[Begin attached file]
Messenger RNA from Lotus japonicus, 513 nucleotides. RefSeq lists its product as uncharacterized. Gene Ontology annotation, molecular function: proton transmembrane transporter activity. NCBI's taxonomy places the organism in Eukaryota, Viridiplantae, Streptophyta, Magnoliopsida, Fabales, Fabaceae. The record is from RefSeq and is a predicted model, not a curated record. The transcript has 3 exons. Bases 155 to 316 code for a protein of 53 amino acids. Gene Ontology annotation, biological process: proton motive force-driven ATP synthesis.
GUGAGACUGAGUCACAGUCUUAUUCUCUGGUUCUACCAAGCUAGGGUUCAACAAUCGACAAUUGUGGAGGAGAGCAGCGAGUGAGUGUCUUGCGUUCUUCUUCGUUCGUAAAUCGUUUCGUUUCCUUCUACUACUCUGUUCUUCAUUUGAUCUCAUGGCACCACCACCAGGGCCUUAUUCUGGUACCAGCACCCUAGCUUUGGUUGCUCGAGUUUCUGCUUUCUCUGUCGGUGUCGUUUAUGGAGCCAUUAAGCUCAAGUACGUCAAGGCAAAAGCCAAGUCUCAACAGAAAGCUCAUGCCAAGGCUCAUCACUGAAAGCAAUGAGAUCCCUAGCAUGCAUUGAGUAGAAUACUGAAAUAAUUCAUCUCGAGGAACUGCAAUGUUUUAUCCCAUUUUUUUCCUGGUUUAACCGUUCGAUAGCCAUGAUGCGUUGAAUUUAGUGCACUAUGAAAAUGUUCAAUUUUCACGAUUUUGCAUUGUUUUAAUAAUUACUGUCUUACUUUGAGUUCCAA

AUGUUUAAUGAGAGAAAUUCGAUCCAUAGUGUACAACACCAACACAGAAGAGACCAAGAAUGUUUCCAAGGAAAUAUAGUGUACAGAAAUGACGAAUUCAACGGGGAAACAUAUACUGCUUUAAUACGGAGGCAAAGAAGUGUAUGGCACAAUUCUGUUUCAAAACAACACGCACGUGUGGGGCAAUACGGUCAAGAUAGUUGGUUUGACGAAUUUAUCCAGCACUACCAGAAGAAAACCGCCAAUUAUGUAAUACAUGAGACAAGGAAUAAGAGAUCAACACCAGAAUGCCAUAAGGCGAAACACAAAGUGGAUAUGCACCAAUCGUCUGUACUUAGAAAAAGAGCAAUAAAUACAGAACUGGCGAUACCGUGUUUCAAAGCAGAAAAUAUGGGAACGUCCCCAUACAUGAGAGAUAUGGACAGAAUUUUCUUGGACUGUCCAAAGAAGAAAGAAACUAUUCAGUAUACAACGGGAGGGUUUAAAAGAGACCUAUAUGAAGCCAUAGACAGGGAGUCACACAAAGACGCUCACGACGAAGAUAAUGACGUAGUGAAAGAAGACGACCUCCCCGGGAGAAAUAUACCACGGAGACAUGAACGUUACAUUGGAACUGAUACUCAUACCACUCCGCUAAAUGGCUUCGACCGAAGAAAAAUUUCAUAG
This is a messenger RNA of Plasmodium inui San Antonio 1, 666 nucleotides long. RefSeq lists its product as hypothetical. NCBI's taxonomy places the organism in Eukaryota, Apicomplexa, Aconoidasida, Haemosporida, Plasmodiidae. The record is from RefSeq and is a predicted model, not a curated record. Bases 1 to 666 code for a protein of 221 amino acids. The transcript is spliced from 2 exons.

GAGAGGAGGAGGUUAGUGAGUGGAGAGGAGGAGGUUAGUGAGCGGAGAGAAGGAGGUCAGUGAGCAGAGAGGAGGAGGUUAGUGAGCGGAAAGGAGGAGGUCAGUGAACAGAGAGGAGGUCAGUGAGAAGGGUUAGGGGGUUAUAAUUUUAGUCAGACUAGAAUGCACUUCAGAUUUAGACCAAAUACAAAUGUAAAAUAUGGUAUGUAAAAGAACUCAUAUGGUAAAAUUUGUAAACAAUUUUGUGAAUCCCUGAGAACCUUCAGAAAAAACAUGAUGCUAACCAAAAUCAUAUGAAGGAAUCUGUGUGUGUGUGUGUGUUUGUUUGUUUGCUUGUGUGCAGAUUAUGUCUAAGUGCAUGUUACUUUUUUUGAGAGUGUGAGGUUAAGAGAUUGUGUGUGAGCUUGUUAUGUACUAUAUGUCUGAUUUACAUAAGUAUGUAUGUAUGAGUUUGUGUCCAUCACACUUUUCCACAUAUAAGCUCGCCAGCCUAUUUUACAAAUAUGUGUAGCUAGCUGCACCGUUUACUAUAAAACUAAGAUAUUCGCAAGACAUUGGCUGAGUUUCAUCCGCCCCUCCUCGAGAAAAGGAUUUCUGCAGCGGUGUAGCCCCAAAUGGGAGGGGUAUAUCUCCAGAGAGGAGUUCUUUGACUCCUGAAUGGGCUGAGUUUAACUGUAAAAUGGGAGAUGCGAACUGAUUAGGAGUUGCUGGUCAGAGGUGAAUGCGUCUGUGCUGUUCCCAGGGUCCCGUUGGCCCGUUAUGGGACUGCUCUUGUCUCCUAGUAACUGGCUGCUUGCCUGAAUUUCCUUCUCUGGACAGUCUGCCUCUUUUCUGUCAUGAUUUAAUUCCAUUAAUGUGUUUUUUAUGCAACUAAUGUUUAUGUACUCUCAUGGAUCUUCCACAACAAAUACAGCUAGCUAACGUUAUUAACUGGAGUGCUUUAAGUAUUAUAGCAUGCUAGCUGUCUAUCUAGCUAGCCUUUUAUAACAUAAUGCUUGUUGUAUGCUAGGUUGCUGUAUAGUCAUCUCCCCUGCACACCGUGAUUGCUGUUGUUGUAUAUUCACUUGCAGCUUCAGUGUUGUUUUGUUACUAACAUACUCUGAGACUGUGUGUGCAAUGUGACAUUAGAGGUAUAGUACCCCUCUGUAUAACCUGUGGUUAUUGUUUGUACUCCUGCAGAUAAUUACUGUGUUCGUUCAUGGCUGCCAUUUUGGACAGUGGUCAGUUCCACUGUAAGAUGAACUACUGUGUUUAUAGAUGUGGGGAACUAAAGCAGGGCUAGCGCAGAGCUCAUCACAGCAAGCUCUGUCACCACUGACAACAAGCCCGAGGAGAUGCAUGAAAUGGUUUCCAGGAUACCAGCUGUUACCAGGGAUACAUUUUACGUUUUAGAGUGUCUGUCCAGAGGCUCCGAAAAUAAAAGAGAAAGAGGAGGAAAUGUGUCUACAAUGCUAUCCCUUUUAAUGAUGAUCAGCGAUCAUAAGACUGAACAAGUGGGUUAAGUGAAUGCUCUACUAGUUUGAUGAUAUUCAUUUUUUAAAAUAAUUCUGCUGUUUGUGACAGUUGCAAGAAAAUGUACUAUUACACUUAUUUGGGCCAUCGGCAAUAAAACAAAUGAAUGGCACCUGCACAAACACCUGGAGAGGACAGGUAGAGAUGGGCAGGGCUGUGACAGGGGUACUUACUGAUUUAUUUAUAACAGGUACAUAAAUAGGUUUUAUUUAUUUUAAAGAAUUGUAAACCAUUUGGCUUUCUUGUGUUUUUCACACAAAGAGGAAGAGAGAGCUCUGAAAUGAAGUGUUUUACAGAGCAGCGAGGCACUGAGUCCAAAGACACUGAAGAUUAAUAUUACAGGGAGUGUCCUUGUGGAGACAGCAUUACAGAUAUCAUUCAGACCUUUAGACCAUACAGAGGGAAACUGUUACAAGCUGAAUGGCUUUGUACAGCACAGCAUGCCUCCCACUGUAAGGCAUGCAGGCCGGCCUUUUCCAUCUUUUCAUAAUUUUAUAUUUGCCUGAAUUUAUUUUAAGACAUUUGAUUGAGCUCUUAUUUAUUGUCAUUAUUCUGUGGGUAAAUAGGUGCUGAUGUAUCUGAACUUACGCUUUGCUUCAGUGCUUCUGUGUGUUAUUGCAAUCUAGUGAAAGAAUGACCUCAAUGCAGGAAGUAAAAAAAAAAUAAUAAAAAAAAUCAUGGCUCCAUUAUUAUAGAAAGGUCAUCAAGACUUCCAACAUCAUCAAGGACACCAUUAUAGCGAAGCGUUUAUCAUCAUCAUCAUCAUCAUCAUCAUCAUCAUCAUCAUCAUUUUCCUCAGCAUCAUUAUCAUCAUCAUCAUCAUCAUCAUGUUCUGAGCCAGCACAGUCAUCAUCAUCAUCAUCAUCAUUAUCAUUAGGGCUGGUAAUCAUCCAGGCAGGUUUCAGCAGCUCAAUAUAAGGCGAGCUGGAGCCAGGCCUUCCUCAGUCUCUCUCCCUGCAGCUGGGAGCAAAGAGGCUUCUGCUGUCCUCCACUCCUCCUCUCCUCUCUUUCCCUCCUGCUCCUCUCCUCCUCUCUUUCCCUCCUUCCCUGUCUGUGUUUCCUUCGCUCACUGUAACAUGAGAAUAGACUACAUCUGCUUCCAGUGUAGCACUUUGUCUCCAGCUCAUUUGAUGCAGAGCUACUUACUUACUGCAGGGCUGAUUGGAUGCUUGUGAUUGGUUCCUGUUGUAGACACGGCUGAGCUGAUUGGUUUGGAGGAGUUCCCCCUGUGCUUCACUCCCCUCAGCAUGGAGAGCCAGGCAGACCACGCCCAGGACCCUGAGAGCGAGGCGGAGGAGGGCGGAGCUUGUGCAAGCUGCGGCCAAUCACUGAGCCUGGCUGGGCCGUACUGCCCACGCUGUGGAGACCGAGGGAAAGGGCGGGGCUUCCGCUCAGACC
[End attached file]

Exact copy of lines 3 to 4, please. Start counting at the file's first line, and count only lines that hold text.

AUGUUUAAUGAGAGAAAUUCGAUCCAUAGUGUACAACACCAACACAGAAGAGACCAAGAAUGUUUCCAAGGAAAUAUAGUGUACAGAAAUGACGAAUUCAACGGGGAAACAUAUACUGCUUUAAUACGGAGGCAAAGAAGUGUAUGGCACAAUUCUGUUUCAAAACAACACGCACGUGUGGGGCAAUACGGUCAAGAUAGUUGGUUUGACGAAUUUAUCCAGCACUACCAGAAGAAAACCGCCAAUUAUGUAAUACAUGAGACAAGGAAUAAGAGAUCAACACCAGAAUGCCAUAAGGCGAAACACAAAGUGGAUAUGCACCAAUCGUCUGUACUUAGAAAAAGAGCAAUAAAUACAGAACUGGCGAUACCGUGUUUCAAAGCAGAAAAUAUGGGAACGUCCCCAUACAUGAGAGAUAUGGACAGAAUUUUCUUGGACUGUCCAAAGAAGAAAGAAACUAUUCAGUAUACAACGGGAGGGUUUAAAAGAGACCUAUAUGAAGCCAUAGACAGGGAGUCACACAAAGACGCUCACGACGAAGAUAAUGACGUAGUGAAAGAAGACGACCUCCCCGGGAGAAAUAUACCACGGAGACAUGAACGUUACAUUGGAACUGAUACUCAUACCACUCCGCUAAAUGGCUUCGACCGAAGAAAAAUUUCAUAG
This is a messenger RNA of Plasmodium inui San Antonio 1, 666 nucleotides long. RefSeq lists its product as hypothetical. NCBI's taxonomy places the organism in Eukaryota, Apicomplexa, Aconoidasida, Haemosporida, Plasmodiidae. The record is from RefSeq and is a predicted model, not a curated record. Bases 1 to 666 code for a protein of 221 amino acids. The transcript is spliced from 2 exons.